Modified Parental Haploidentical Transplant Improved Outcomes, HRQOL for Sickle Cell

Patients with high-risk sickle cell disease had significantly improved health-related quality of life (QOL) and remained stable or saw improvement in other outcomes of interest, including neurocognitive outcomes, after undergoing myeloablative conditioning (MAC) and parental haploidentical stem cell transplantation (HISCT) with CD34 enrichment and mononuclear cell addback, according to results of a study presented at the 60th Annual ASH Meeting and Exposition.

With a median follow-up of more than 3 years, there have been no recurrences of sickle cell pain crises, no patients have required blood transfusion, and no new patients have developed graft-versus-host disease, according to study researcher Mitchel Cairo, MD, of New York Medical College, Valhalla, N.Y.

“These individuals have a completely new lease on life,” Cairo said in a prepared statement. “They’re either stable or better in every organ system. What’s more, this could mean that every person with sickle cell disease who has a living parent could have a potential donor in their family.”

According to the study, the only cure for sickle cell disease is HLA-matched sibling allogeneic stem cell transplantation after either MAC or reduced toxicity conditioning. However, only a small percentage of patients have an unaffected HLA-matched sibling donor.

This study was designed to look at long-term outcomes of transplant from parental donors, who have only 50% matched bone marrow. During the transplant the bone marrow is enriched with CD34 protein that promotes the acceptance of transplanted blood-forming cells. In addition, the researchers added back the patients’ T cells after transplant (mononuclear cell addback)

In the study, patients with sickle cell disease and one or more high-risk features underwent MAC and parental HISCT using CD34 enrichment and mononuclear cell addback with tacrolimus acute graft-versus-host disease prophylaxis. Outcome measures were performed at baseline and 2 years post-transplant.

Nineteen patients underwent transplant at a mean age of 13.1; the 18 parental HLA-matched donors had a mean age of 41.3. The 1-year mean whole white blood cell and red blood cell mixed donor chimerism was 97.1% and 96.4%, respectively, constituting long-term stability.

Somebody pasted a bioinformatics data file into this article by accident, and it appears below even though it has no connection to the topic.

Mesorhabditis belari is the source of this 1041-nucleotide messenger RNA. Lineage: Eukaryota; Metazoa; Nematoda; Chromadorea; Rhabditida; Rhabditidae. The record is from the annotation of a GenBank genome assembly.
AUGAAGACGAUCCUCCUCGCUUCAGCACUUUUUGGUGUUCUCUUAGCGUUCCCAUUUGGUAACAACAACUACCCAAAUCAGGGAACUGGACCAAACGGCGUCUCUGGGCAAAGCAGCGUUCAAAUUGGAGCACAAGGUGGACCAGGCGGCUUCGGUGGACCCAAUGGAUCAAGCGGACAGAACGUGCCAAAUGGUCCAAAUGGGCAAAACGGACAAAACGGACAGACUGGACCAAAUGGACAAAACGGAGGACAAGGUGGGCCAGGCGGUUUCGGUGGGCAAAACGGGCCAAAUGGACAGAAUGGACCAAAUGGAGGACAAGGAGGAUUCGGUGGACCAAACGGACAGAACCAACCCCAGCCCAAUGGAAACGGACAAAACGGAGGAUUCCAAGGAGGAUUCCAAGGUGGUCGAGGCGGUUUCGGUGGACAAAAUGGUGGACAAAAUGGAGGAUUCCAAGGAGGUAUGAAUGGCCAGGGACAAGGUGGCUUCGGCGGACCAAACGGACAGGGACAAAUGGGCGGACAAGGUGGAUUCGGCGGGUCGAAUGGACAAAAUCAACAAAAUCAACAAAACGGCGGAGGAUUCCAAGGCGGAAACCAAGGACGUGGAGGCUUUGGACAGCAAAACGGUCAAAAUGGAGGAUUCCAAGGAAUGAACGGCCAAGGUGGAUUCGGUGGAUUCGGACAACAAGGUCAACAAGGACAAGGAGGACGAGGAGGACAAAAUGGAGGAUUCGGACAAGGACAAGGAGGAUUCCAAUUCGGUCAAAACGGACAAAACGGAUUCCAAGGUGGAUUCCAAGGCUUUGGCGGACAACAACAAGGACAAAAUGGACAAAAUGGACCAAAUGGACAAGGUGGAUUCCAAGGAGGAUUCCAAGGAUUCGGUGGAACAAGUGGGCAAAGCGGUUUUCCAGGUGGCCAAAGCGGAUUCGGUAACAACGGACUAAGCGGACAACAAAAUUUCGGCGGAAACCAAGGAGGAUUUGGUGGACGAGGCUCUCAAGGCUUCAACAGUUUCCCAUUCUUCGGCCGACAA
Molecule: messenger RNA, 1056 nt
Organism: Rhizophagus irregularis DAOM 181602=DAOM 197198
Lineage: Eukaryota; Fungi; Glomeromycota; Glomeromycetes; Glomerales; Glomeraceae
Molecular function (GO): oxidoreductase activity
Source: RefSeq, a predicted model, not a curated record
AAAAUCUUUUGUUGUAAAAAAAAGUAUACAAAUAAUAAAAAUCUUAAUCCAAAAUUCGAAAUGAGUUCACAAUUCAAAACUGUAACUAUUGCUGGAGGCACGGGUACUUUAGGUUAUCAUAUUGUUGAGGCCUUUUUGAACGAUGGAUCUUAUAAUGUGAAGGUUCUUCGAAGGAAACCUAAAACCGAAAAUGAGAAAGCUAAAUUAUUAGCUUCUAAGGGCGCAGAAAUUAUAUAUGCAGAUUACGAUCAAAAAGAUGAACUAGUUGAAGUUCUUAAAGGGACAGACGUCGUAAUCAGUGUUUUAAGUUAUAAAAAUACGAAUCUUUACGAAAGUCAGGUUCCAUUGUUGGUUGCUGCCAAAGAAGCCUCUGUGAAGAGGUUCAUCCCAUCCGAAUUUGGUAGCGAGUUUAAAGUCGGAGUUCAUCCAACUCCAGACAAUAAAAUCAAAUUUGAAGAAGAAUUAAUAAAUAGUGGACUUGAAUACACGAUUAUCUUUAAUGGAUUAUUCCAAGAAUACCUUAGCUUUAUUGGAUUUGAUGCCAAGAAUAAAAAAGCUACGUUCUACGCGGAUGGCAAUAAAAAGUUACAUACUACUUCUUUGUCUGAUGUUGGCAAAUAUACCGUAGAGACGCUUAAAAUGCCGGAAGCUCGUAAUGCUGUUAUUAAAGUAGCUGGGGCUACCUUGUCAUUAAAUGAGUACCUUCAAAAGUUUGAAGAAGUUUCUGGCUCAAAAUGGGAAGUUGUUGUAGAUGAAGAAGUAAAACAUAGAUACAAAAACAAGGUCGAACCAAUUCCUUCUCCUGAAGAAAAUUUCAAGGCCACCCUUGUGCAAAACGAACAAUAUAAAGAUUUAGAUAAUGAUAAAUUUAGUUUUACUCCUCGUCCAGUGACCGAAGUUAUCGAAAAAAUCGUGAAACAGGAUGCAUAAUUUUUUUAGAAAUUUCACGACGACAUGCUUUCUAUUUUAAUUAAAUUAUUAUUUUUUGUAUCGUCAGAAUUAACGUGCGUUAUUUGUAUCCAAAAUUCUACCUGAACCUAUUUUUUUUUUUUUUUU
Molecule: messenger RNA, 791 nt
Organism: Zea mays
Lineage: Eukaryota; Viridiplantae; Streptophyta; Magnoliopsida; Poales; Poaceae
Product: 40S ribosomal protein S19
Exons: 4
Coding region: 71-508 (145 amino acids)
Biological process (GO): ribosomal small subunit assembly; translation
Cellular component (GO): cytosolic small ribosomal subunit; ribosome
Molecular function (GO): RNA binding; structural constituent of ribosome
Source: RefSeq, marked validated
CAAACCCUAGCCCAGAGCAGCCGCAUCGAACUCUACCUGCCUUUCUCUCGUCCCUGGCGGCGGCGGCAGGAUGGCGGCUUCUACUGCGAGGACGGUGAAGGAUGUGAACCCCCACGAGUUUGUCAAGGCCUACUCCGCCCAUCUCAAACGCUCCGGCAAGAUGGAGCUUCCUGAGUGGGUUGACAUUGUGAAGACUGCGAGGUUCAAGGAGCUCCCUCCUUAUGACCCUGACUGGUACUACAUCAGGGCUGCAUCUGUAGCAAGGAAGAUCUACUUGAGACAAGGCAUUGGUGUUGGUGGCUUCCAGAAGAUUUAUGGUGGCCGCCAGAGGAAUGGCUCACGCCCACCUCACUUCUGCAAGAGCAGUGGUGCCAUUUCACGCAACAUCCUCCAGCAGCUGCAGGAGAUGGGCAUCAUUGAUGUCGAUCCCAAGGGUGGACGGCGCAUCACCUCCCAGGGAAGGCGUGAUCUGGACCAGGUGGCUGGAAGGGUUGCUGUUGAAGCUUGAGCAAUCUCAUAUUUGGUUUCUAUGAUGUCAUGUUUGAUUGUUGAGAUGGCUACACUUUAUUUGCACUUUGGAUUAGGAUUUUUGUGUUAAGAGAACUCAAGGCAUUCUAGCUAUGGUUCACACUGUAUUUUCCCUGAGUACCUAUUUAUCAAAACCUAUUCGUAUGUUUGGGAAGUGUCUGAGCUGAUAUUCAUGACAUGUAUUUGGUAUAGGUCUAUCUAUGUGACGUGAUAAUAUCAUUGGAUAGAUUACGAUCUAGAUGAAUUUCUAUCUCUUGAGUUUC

At 2 years, transplant recipients had significantly improved processing speed (P<.026). There were also improvements in both emotional functioning (P<.03) and physical functioning (P<.01) at 2 years compared with baseline. Intellectual functioning, memory, language, and executive function were all stable or improved.

The probability of 1 year event-free survival was 90%. Recipients either remained stable or saw improvements on pulmonary function tests (P<.026) and cardiac SF and TRJ velocity. Imaging follow-up showed no new overt and/or silent strokes and no new cerebral vasculopathy. The incidence of grade 2-4 acute and chronic graft versus host disease was 6.2% and 6.7%, respectively.

In discussing the results, Cairo cautions that the procedure is not successful in all patients, adding that whether patients will develop late adverse effects is not yet known.

Cairo M, et al. Significantly improved long term health related quality of life (HRQOL) and neurocognition following familial haploidentical stem cell transplantation (HISCT) utilizing CD34 enrichment and mononuclear (CD3) addback in high risk patients with sickle cell disease (SCD). Presented at 60th Annual ASH Meeting and Exposition; December 1-4, 2018; San Diego. Abstract #162.